- Good Story – It is not about the amount of dollars you spend on a particular campaign. The magic happens when you come up with something that people cannot stop talking about. Done on a comparatively low marketing budget of just $1.7 million dollars and reliant on PR and word of mouth, The Best Job in the World achieved stunning results, including over 34,000 video entries from applicants in 200 countries, and more than 7 million visitors to the site who generated nearly 500,000 votes.
- Long Term Thinking – When I think about the travel and tourism industry, I think of contests and giveaways. The Best Job in the World paved the way for Tourism Australia. Today, in 2014, Tourism Australia has the most popular destination page on Facebook with more than 4 million engaged fans. The blogs posted by Ben, the winner, were read and appreciated by the public which made the campaign resonate in the minds of the people. Even now fans and people post pictures (both amateur and professional) on Facebook and Instagram which helps them to showcase their photography skills. On the other hand, Tourism Australia can use these images for promotion. So, it’s a WIN-WIN.
1. What has made you change your opinion of a brand?
We are constantly surrounded by different brands around us. We see how marketers try to change public attitudes every day. As humans, we are reluctant of changing our opinions. People often make assumptions on the basis of what they hear from their friends or family and this is when it gets hard for the companies to bring about the necessary ‘change’.
A very great example of what I am talking about is my friend Karen in my class.
I have been with her since a year now and she loves Pepsi more than mankind. I have never seen her drinking any other beverage except Pepsi. So, I asked Karen one day “Man, why don’t you try changing your drink?” and she replied ‘Pepsi is my habit’. And it is for sure hard to change ‘habits’. When people are attracted to a brand and the brand is GOOD, they like to stay loyal and habitual.
However, that does not mean that it is “impossible” to change people’s perception. With the development of technology and advent of social media, those tasked towards persuading the public, are going BIG both in terms of their thinking and methods. ‘We have to do this by hook or crook’ is their mantra. Some of the most amazing campaigns that blew my mind are the Best Job of the World for Tourism Queensland, Pepsi’s Refresh Project, World Wide Fund’s advertising campaign and many more.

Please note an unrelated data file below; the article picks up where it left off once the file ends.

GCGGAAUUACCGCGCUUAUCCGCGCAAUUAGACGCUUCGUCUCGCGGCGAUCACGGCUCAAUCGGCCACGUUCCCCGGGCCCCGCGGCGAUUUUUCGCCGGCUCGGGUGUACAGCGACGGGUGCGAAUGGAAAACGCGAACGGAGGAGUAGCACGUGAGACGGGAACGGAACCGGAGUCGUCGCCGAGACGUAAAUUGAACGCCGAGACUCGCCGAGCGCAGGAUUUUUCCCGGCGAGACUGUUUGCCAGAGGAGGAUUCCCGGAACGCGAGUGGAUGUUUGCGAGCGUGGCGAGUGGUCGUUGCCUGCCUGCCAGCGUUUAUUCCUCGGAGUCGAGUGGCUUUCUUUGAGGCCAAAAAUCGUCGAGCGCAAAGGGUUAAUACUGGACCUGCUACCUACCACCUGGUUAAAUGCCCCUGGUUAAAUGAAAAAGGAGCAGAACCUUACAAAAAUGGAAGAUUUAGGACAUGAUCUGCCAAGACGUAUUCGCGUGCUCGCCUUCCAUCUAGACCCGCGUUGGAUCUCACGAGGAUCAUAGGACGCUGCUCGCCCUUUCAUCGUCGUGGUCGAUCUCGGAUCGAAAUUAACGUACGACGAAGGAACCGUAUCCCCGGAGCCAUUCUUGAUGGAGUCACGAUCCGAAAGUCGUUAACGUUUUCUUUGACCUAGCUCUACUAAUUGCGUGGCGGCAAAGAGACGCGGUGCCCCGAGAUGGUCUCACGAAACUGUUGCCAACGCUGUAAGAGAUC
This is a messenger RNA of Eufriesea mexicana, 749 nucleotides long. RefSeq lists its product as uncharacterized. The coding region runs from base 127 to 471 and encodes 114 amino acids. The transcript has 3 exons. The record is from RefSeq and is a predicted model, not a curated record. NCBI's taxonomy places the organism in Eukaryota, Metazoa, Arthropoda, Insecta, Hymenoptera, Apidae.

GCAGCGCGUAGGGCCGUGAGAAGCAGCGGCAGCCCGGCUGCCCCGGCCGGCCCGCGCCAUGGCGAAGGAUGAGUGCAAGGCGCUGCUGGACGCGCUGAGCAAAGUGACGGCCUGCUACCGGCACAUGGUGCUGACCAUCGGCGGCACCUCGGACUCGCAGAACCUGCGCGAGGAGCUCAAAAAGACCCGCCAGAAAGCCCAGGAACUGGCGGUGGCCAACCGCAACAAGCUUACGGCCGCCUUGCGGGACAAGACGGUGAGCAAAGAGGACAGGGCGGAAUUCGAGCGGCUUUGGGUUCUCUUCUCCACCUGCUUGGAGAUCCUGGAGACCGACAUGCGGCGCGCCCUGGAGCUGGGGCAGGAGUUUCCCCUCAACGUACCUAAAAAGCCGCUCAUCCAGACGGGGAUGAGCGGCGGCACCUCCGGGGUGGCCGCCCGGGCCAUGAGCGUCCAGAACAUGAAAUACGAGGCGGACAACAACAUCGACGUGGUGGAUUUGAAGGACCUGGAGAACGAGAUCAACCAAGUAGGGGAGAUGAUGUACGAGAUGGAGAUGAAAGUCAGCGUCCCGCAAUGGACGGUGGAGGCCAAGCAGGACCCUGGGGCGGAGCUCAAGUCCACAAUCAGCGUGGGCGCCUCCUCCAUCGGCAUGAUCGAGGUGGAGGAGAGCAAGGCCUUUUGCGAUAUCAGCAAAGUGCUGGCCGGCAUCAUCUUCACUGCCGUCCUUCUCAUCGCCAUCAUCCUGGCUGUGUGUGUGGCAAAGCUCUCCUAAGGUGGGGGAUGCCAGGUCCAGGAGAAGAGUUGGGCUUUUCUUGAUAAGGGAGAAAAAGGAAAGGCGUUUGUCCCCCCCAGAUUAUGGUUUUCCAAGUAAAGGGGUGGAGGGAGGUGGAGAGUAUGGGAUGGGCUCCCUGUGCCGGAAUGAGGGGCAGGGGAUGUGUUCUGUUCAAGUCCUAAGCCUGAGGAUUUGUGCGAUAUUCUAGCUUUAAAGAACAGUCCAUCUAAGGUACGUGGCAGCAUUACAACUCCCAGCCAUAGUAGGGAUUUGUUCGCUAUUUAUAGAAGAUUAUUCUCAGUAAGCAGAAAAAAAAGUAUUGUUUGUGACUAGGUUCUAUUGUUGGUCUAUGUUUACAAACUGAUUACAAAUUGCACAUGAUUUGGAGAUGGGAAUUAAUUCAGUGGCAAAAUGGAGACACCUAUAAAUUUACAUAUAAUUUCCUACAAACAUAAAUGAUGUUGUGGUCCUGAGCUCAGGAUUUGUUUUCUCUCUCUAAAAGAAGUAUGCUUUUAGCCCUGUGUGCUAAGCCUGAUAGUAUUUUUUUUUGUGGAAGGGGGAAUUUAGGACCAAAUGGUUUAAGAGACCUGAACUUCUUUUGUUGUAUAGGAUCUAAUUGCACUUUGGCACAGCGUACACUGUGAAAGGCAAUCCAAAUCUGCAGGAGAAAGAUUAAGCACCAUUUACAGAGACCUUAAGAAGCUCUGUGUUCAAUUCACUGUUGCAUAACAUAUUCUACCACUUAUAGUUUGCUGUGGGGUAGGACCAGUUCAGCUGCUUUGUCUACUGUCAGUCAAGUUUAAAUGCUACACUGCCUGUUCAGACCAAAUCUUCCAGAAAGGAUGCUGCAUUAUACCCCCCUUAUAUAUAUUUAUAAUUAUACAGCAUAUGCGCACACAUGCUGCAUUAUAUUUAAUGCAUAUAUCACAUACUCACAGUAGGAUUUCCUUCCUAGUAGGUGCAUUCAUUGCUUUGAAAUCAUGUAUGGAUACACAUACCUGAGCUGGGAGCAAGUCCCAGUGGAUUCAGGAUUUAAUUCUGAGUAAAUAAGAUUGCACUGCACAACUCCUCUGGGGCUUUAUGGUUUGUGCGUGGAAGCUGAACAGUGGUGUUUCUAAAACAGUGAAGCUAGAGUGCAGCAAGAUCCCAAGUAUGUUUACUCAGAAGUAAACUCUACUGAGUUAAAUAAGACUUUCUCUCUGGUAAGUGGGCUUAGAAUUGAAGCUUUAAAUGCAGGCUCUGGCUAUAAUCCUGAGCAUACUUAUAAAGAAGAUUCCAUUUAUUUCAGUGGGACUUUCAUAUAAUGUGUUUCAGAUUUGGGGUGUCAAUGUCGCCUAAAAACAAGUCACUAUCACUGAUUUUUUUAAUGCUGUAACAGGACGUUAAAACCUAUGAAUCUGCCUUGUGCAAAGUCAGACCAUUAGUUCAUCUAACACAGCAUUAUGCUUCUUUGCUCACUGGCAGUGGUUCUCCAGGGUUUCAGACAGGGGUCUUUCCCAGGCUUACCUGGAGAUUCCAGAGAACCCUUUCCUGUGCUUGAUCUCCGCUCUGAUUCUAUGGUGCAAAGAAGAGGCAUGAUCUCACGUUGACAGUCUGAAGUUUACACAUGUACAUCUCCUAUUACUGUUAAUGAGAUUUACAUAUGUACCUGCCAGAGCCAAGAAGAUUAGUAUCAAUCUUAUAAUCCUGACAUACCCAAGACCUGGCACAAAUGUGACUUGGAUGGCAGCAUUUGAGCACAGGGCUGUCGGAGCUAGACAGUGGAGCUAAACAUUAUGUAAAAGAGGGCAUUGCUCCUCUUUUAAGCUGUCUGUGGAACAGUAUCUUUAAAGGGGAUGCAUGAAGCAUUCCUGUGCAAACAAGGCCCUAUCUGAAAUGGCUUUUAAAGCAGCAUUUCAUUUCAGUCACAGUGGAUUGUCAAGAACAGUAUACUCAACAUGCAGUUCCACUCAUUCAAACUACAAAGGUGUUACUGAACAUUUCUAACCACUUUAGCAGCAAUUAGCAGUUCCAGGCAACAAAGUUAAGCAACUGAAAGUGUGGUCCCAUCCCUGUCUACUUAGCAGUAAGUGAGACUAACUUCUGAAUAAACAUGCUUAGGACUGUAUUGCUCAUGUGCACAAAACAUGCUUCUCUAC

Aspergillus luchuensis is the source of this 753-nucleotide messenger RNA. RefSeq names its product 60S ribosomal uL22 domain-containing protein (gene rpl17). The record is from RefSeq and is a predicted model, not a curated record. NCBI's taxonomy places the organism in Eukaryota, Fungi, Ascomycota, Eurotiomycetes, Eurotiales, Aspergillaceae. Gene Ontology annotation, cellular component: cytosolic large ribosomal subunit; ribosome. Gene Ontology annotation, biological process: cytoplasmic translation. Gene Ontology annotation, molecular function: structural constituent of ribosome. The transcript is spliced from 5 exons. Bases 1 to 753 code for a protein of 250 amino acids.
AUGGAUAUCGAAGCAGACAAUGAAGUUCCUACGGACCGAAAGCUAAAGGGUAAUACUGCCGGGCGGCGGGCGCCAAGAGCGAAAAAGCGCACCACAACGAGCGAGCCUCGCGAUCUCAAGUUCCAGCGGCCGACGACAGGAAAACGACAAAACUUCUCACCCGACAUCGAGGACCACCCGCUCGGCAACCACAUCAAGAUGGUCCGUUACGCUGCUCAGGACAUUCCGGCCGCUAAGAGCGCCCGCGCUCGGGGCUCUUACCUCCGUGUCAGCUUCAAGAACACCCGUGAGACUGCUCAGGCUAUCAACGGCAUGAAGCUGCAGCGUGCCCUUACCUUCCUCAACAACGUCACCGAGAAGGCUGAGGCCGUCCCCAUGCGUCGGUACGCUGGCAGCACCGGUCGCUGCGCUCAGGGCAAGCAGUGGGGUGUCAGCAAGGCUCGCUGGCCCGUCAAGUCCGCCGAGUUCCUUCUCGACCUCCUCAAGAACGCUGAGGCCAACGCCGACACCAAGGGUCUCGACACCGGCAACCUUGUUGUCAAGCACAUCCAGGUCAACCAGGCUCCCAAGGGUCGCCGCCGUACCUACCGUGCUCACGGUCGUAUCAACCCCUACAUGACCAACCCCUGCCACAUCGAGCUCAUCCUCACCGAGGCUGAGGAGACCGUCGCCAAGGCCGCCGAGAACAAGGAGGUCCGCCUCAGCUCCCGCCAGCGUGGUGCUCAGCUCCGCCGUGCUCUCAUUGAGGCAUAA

One such campaign that changed my opinion of a brand is Dove’s Real Beauty Campaign. I fell in love with the concept of how committed the brand was in using real women, not professional skinny models, of various ages, shapes and sizes which undoubtedly captured everyone’s attention. It was a delight to watch “some” advertising company abandoning the conventional method of portraying a size two supermodel and using models that ranged from size six to fourteen.
And today I am a loyal customer of Dove …
2.What factors have influenced your decision to do or not do something?
Decision making is an important part of our lives as people have to make decisions about almost anything – personal, political, medical, romantic, career and financial.
Many factors can influence your decision to take a certain step or not such as values, peers or family, habits, feelings like love, frustration, etc. My decisions are influenced by my past experiences. For example, I bought Labatt Blue and did not like the taste. Like NOT AT ALL. Due to a negative past experience, the next time I went to the liquor store, I decided to go with a different beer. It’s a matter of personal choice.